The Scrum of Scrums is a prescheduled, regular event and teams can easily organize around it. The teams need to discover what frequency works best in their particular situation. In the Scrum of Scrums events the participants explain:
Development Team members, who are actually working the overlapping work, attend the Scrum of Scrums.  The Scrum of Scrums can discover new overlapping work that is needed to solve inter-team impediments and dependencies. The attendees make the newly discovered work transparent to their Development Teams by bringing it back to their team's Sprint Backlog.
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Multiple Scrum Teams organize themselves each Sprint to plan the overlapping work and deliver Regular Product Increment. The Scrum of Scrums enables the Scrum Team to extend their Definition of Done more easily with for example integration testing. As a result there is increased feedback on dependencies so that these can be handled in the most effective way.
Although the Scrum of Scrums is an event for coordinating dependencies and discussing impediments, their resolution should not be postponed until the Scrum of Scrums event. Impediments are worked on as soon as they emerge. Development Teams are empowered to organize themselves to get their work done and minimize dependency risk using Dependencies First. The ScrumMaster helps to remove impediments to the Development Team's progress and can invoke the Emergency Procedure as a last resort.
When a Scrum of Scrums involves a lot of people it is probably a sign that something is wrong. It could be that the teams are working with PBIs that are not Ready; that dependencies were left unnoticed because of poor multi-team Sprint Planning; that the wrong people are attending and it turned into a status meeting; or that the teams are lacking in some skillset. The Scrum of Scrums is mainly for dealing with the inevitable emergent insights and problems that arise in complex multi-team development.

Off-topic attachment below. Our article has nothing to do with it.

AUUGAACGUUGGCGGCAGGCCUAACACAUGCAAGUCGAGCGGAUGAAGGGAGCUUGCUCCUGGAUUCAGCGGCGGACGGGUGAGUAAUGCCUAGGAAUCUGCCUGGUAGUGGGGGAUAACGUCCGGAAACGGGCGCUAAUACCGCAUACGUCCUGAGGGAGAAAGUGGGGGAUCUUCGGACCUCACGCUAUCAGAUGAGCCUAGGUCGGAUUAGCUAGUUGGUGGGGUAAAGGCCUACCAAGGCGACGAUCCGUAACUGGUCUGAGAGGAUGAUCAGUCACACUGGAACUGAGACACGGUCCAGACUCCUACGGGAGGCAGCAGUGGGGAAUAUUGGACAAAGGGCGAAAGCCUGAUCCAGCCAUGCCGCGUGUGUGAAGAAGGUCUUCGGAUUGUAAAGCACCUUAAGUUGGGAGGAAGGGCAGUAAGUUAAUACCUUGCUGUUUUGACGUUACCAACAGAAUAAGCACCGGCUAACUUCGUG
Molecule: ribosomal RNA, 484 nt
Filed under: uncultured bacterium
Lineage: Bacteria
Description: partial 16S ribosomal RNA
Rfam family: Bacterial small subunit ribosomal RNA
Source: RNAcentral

The Scrum of Scrums is a centralized meeting. It has the disadvantage of people tending to wait until the next meeting to discuss dependencies. When teams need to coordinate, the teams can just talk to each other without waiting for the next Scrum of Scrums.
The first Scrum of Scrums was implemented at IDX Systems in 1996. Jeff Sutherland was Senior Vice-President of Engineering, with Ken Schwaber on board to help roll out Scrum as a consultant. The first publication mentioning this first Scrum of Scrums was  and it is also mentioned in the Scrum Papers .
 Craig Larman and Bas Vodde, Practices for Scaling Lean & Agile Development, Addison-Wesley, 2010, pp. 200-203.
 Mike Cohn, Succeeding With Agile, Addison-Wesley, 2009, pp. 340-343.
 Jeff Sutherland, “Agile Can Scale: Inventing and Reinventing SCRUM in Five Companies.” In Cutter IT Journal: The Great Methodology Debate, Part 1. Volume 14, number 12, December 2001, pp. 5-11.
 Jeff Sutherland, The Scrum Papers, http://scruminc.com/scrumpapers.pdf, accessed 11 January 2017, no permalink, draft, 29 January, 2011.
Picture from: Greg Neate, www.flickr.com/photos/neate_photos/3522905573/in/album-72157617918428883, (under CC BY 2.0 license).